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Empirical Models of Tacit Collusion

Paper Session

Sunday, Jan. 5, 2020 8:00 AM - 10:00 AM (PDT)

Marriott Marquis, Presidio 1
Hosted By: American Economic Association
  • Chair: Matthew Weinberg, Ohio State University

Measuring Competition with a Flexible Model of Supply

Ying Fan
University of Michigan
Christopher John Sullivan
University of Wisconsin


This paper provides a theoretically founded empirical model to simultaneously investigate firm
competition and estimate markups. The model nests the standard oligopoly model, but also
allows for firm collusion. Different from conduct parameter models, our model is consistent with
a series of theoretical models. We show that a nonparametric marginal cost function can be
identified, which gives an estimate of markups. We then apply our model to measure competition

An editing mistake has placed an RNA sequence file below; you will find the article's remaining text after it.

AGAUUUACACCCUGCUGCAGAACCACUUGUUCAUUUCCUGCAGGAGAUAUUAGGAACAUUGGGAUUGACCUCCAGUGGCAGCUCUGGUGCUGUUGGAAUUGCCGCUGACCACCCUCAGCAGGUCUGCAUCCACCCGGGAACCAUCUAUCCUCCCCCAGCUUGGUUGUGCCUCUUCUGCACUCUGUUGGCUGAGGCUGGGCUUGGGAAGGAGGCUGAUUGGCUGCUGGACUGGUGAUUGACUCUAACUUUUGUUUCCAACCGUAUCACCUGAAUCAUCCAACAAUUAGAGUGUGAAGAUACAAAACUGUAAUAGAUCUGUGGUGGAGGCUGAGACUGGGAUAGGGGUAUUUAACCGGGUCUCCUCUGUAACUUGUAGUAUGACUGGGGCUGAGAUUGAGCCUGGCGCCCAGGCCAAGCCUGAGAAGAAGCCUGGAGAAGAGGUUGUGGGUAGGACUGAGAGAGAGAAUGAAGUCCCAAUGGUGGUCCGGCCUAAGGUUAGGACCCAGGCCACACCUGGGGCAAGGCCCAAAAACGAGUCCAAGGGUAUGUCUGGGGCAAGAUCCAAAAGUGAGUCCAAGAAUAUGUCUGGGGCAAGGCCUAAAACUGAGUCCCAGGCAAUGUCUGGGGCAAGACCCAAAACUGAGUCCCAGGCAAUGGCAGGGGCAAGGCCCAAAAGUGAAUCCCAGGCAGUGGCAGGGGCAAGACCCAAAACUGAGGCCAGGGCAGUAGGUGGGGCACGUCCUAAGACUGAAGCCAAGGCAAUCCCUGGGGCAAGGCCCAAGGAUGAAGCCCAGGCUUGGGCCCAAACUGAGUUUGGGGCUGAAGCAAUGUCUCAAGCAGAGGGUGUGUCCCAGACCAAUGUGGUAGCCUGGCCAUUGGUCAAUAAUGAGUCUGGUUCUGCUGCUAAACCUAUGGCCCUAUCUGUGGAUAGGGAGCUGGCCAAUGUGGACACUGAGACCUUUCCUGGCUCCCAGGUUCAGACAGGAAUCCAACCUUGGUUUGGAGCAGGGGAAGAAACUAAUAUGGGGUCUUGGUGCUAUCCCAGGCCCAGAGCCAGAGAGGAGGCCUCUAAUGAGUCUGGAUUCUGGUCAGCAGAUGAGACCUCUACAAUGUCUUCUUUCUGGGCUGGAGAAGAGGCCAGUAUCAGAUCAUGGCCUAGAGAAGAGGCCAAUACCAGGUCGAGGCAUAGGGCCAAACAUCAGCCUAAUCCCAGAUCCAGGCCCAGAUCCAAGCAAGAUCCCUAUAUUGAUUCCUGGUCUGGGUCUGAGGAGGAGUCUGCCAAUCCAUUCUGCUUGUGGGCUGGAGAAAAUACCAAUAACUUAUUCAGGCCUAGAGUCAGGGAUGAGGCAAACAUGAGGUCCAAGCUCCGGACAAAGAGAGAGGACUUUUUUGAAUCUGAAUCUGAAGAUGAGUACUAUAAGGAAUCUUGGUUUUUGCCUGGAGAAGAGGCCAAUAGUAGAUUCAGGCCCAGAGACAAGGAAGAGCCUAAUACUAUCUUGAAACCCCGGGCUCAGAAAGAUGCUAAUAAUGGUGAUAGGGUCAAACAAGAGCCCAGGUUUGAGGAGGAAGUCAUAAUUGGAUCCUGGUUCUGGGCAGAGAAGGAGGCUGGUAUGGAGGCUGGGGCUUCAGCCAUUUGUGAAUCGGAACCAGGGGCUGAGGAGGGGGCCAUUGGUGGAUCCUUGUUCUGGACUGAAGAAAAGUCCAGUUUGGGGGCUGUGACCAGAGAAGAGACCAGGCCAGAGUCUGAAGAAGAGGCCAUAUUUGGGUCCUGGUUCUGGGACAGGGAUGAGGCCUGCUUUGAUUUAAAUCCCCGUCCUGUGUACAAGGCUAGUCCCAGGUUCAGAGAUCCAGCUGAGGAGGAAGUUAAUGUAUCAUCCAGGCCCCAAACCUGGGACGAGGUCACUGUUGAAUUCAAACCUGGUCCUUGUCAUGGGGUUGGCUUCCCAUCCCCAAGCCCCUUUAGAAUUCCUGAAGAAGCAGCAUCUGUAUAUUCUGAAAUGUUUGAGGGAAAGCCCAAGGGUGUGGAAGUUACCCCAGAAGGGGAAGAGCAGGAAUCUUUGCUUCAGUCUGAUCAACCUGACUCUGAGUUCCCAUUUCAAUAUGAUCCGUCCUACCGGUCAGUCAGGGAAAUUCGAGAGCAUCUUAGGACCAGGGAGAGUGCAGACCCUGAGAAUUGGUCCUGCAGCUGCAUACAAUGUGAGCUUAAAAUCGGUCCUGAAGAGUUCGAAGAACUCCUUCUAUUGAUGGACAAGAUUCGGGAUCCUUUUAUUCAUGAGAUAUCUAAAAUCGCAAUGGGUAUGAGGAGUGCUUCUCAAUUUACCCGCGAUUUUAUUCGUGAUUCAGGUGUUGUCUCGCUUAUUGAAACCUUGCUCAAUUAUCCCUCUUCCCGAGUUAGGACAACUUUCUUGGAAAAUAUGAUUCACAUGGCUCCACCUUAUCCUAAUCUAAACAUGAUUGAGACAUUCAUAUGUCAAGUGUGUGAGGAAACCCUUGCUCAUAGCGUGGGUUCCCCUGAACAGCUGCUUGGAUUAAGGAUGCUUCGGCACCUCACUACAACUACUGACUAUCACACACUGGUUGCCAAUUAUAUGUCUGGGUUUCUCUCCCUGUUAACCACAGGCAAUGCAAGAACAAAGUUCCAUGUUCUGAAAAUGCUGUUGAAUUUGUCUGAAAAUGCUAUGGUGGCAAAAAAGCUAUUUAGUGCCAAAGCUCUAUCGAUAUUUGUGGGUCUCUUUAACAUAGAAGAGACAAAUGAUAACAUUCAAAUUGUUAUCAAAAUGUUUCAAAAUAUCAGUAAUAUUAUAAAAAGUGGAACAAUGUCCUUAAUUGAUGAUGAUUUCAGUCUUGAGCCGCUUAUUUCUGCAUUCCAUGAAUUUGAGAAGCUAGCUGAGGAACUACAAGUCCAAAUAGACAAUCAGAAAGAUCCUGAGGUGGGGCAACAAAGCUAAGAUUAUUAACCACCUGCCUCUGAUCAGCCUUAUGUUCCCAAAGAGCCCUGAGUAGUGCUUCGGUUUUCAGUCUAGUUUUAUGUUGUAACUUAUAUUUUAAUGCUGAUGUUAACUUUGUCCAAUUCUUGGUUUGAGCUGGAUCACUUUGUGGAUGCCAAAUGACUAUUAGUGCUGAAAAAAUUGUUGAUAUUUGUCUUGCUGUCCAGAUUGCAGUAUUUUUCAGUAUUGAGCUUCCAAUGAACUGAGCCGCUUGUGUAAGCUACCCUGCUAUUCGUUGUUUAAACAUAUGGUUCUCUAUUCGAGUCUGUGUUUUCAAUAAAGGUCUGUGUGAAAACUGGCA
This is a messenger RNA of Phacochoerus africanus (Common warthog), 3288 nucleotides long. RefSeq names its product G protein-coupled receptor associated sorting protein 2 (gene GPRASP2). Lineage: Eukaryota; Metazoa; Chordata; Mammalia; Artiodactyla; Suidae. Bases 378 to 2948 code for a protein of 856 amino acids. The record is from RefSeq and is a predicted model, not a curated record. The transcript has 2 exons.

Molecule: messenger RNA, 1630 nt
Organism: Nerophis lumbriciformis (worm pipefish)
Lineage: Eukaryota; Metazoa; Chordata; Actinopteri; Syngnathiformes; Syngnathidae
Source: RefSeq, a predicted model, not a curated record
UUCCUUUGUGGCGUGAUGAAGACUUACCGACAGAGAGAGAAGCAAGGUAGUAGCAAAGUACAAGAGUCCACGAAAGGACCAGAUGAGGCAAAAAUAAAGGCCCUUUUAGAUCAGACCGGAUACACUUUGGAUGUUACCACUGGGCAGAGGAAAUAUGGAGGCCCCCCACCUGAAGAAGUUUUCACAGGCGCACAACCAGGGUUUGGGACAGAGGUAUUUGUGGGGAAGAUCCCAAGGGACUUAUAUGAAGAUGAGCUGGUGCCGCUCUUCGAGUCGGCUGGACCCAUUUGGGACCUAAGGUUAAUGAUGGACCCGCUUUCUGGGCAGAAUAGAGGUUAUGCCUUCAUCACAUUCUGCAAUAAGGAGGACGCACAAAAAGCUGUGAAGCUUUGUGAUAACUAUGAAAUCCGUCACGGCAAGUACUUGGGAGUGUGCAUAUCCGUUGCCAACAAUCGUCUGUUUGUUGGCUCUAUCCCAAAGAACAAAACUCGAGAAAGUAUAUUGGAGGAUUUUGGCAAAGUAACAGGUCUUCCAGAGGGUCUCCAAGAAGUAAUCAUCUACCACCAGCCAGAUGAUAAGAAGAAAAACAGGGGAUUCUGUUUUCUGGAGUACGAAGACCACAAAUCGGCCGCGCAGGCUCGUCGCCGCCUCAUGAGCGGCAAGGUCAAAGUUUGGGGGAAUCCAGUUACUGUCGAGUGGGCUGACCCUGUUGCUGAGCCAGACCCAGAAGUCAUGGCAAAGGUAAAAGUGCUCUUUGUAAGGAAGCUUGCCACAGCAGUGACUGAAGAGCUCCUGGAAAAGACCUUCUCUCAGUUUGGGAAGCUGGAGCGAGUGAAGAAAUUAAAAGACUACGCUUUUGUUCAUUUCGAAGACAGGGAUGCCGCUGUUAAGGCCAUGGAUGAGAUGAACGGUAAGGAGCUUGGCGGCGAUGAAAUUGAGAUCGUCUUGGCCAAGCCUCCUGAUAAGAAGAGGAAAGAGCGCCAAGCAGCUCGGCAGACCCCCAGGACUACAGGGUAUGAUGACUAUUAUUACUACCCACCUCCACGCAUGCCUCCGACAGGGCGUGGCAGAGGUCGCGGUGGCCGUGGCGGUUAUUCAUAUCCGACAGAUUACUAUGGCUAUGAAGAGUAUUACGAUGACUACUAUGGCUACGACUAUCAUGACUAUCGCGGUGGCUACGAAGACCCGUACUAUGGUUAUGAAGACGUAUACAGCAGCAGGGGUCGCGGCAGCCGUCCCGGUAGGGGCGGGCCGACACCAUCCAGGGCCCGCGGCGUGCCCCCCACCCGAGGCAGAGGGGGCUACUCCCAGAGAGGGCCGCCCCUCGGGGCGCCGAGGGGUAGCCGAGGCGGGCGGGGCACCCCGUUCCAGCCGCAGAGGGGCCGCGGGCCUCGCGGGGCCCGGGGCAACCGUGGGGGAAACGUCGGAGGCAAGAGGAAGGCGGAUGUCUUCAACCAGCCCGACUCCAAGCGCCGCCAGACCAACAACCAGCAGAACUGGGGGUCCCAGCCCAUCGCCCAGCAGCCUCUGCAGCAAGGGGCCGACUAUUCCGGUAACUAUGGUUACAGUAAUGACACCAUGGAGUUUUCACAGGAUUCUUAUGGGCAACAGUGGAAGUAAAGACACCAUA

in the airline industry.

Measuring the Incentive to Collude: The Vitamins Cartel, 1990-1999

Mitsuru Igami
Yale University
Takuo Sagaya
Stanford University


Do mergers help or hinder collusion? This paper studies the stability of the vitamin cartels in the 1990s and presents a repeated-games approach to quantify "coordinated effects" of a merger. We use data and direct evidence from American courts and European agencies to show the incentive compatibility constraint (ICC) of the short-lived vitamin C cartel was violated when it actually collapsed in 1995, whereas the ICCs of the long-lived cartels (vitamins A and E, and beta carotene) were satisfied until the prosecution in 1999. Simulations suggest a hypothetical merger could have prolonged the vitamin C cartel. Both the direction and magnitude of coordinated effects critically depend on firms' cost asymmetry and the size of synergy in a non-monotonic manner, highlighting the desirability of quantitative analysis.
JEL Classifications
  • L1 - Market Structure, Firm Strategy, and Market Performance